I have grave misgivings about the drafting of Amendment No. 1, notwithstanding what the Minister has just said about public consultation. I say, "Lucky Wales" with its elected Assembly with which the relevant decision will rest. However, in England the strategic health authorities are not well placed to undertake any kind of public consultation. It is not part of their main job; they are not experienced in it and the public are not used to strategic health authorities undertaking public consultation. In contrast, elected local authorities undertake public consultation all the time. They have experience of dealing with very difficult issues such as local planning issues when dealing with local plans. They are ideally placed to undertake public consultation. If the public in a particular area are not happy with the way in

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which a local authority conducts itself, they can vote it out of office. That does not apply to a strategic health authority, which is appointed by a Minister.

Strategic health authorities have a vested interest in slanting public consultation—I am not saying that they would—in one direction. Of course, strategic health authorities believe that fluoridation is a good thing. The many letters that I have received on the subject from the medical establishment suggest that that feeling is widespread. I do not want to challenge that, but I believe that the public have a fundamental right to do so for the following reasons. Water fluoridation is a step in a different direction where informed consent for medication is no longer required; it just arrives through one's tap whether one likes it or not. One cannot opt out of it. That is a fundamental change.

I have no doubt that if strategic health authorities had the funds and the time, they would approach the issue of children's tooth decay from a different angle. We have heard that often children's teeth are in a worse state in areas of greater deprivation. I believe that, if strategic health authorities had sufficient funds and time, they would devote more attention to the diet of pregnant mothers, the promotion of breastfeeding, suitable diets for babies and young children and doing something about vending machines in schools and the consumption of fizzy drinks and sweets. I accept that those are all long-term issues. However, once fluoridation is introduced, the incentive for strategic health authorities to do something about those other issues, which result in many other health problems, is much reduced as one of the obvious factors resulting from a bad diet has been removed, and the expense that goes with that for the relevant strategic health authority.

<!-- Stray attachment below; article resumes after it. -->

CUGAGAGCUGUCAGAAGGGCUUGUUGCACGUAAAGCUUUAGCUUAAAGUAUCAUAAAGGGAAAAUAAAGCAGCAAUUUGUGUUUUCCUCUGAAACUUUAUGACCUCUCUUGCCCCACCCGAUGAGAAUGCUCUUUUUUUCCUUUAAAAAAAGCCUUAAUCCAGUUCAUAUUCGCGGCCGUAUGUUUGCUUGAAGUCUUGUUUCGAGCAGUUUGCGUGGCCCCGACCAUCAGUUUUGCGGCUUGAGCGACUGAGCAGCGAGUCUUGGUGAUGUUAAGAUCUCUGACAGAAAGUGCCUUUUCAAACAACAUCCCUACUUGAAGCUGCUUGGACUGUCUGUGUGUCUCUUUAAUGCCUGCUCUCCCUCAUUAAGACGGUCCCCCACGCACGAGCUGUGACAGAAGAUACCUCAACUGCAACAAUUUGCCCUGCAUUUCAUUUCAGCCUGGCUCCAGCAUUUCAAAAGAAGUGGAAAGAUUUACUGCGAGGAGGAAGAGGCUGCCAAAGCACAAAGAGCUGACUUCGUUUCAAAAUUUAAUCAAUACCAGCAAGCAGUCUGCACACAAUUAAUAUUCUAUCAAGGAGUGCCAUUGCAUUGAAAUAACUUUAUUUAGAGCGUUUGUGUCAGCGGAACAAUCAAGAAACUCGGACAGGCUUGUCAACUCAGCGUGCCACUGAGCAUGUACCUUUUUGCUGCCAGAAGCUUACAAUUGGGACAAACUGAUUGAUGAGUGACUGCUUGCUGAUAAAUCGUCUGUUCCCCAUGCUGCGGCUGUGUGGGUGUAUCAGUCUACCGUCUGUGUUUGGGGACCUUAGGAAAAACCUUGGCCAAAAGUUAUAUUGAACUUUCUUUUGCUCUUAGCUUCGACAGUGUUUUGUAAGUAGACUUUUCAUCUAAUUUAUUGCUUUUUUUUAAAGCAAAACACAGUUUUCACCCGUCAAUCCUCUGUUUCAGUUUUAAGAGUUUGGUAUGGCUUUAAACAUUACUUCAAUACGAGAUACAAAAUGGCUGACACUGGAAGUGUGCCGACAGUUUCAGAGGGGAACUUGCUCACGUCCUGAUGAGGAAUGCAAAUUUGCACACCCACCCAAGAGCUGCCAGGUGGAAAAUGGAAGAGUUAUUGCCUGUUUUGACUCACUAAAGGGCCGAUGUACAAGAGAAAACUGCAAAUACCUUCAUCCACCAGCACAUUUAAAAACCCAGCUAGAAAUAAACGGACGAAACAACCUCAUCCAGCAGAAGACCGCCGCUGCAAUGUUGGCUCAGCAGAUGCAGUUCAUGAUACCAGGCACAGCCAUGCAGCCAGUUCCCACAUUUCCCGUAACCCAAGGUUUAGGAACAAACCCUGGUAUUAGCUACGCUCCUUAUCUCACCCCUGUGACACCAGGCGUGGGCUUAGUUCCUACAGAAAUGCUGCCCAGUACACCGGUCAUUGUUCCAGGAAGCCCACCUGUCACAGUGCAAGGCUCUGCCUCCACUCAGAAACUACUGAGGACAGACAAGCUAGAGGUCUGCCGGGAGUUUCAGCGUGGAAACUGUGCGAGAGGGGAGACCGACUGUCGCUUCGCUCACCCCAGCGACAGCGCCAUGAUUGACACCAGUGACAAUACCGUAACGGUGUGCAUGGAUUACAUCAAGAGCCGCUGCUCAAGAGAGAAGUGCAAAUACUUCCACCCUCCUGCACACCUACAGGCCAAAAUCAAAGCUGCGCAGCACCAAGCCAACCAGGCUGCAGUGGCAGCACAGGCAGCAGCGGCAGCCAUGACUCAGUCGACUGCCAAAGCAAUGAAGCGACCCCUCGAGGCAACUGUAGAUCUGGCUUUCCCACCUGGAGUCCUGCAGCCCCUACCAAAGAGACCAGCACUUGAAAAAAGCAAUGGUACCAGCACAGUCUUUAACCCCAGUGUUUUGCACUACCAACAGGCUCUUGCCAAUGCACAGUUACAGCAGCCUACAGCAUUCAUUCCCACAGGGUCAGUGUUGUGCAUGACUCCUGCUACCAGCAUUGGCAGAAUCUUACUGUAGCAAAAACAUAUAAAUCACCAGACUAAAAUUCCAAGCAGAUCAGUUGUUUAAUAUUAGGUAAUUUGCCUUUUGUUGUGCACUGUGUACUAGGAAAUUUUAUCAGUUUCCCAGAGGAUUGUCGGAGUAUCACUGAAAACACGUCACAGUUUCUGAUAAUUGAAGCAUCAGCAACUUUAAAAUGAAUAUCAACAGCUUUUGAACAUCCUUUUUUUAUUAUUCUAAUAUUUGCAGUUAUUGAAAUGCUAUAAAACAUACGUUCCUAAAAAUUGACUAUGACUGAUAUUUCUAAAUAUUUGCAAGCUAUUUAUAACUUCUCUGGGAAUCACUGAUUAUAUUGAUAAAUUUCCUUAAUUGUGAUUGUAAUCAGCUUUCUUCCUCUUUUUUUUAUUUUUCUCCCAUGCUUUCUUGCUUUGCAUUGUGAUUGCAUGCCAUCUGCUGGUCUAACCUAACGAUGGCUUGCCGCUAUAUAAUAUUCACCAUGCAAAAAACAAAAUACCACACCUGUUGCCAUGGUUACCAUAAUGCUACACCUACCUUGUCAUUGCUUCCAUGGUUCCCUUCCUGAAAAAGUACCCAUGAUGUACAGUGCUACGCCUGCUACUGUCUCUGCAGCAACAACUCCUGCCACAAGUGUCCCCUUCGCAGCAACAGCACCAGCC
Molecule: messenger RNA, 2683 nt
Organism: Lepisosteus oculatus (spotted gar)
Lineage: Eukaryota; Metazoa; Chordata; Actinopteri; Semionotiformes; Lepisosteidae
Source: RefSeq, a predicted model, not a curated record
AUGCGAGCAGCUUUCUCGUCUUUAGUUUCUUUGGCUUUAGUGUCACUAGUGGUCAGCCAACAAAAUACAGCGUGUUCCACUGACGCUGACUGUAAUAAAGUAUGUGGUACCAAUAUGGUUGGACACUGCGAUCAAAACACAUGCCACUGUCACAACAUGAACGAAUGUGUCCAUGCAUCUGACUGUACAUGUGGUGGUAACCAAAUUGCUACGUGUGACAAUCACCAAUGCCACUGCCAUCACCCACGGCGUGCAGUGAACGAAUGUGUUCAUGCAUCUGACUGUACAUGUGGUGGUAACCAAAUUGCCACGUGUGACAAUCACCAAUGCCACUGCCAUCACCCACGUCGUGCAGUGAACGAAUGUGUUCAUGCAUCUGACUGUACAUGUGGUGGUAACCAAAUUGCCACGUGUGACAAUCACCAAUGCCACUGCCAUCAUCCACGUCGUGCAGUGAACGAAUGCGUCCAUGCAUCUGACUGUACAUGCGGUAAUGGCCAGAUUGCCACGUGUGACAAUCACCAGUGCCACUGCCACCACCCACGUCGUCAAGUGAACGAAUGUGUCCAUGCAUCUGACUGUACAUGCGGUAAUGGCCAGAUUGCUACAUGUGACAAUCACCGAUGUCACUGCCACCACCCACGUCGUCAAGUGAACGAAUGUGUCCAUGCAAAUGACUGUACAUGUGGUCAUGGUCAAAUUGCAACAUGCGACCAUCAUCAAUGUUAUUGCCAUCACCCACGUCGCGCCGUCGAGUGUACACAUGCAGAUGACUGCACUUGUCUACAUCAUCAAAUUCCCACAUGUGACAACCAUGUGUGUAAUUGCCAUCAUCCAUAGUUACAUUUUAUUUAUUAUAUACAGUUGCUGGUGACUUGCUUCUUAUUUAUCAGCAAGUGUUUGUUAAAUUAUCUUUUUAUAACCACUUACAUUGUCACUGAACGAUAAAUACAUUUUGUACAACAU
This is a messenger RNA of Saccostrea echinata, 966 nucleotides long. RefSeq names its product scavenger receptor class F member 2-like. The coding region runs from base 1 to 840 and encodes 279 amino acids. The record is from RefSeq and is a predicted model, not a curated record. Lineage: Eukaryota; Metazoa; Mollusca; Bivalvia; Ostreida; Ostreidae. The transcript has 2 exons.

My amendment seeks to ensure that the Secretary of State,

    "shall ensure sufficient funding is available for a meaningful consultation to take place".

It is far from clear to me who will pay for it. As we know, health authorities are strapped for cash as it is. Will they spend an awful lot of money on consultation, the answer to which they are already convinced should be yes? I do not believe that they will do so unless the Secretary of State ensures that that is done.

Nothing in the Bill suggests how public opinion would be measured at the end of such a consultation process. The GM debate reveals that the Government do not know how outcomes of consultation should be measured. I do not believe that they have produced a formula. The Minister will tell me that it is for the independent steering group to do that. He will also say that it is for strategic health authorities to determine how to measure public opinion. But I consider that we need to state on the face of the Bill that public opinion is clearly in favour of the change that we are discussing; otherwise, the matter is unclear and strategic health authorities can go ahead and public consultation will count for nothing. I beg to move.

Lord Stoddart of Swindon: It might be convenient for me to say at this stage what I would have said on the original new clause. I believe that we are in a state

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of confusion about that. I should have preferred that this very important matter involving compulsory medication was dealt with in a Bill rather than a new clause to a Bill which is reaching the end of its passage through this House. Then we could have had a proper Committee stage, a Report stage and a Third Reading. That was the proper way for this measure to have been introduced. It is much more important than people realise.

In the speech that I would have made, had we been having a Second Reading, I was going to raise the question of consultation. I would have asked a number of questions. What sort of consultation is it going to be? Are there, for example, going to be local referendums? If so, who will arrange them? By whom will they be conducted? Will they be conducted under the auspices of the Electoral Commission and, if not, how is strict fairness to be achieved? As the noble Baroness pointed out, in any consultation procedures we need to be sure that fairness is achieved. What facilities will be given to opponents of fluoridation to state their case? Will equal amounts of public funds be made available to them as to the supporters of fluoridation? Will health authorities be under a restriction as to the use of taxpayers' money to promote fluoridation when opponents may not have such access to public funds? Indeed, if there are to be referendums, how will voting be conducted and, as I say, by whom? Those are important questions. I do not know whether the noble Lord intends to answer them now or at a later stage, but I hope that he will be able either to satisfy the noble Baroness as to her amendments, or, if not, that they will be put to a vote. It is extremely important, indeed essential, that if debate is to be carried out it is done on a proper basis—a basis that people can understand and in which they feel able to take part in.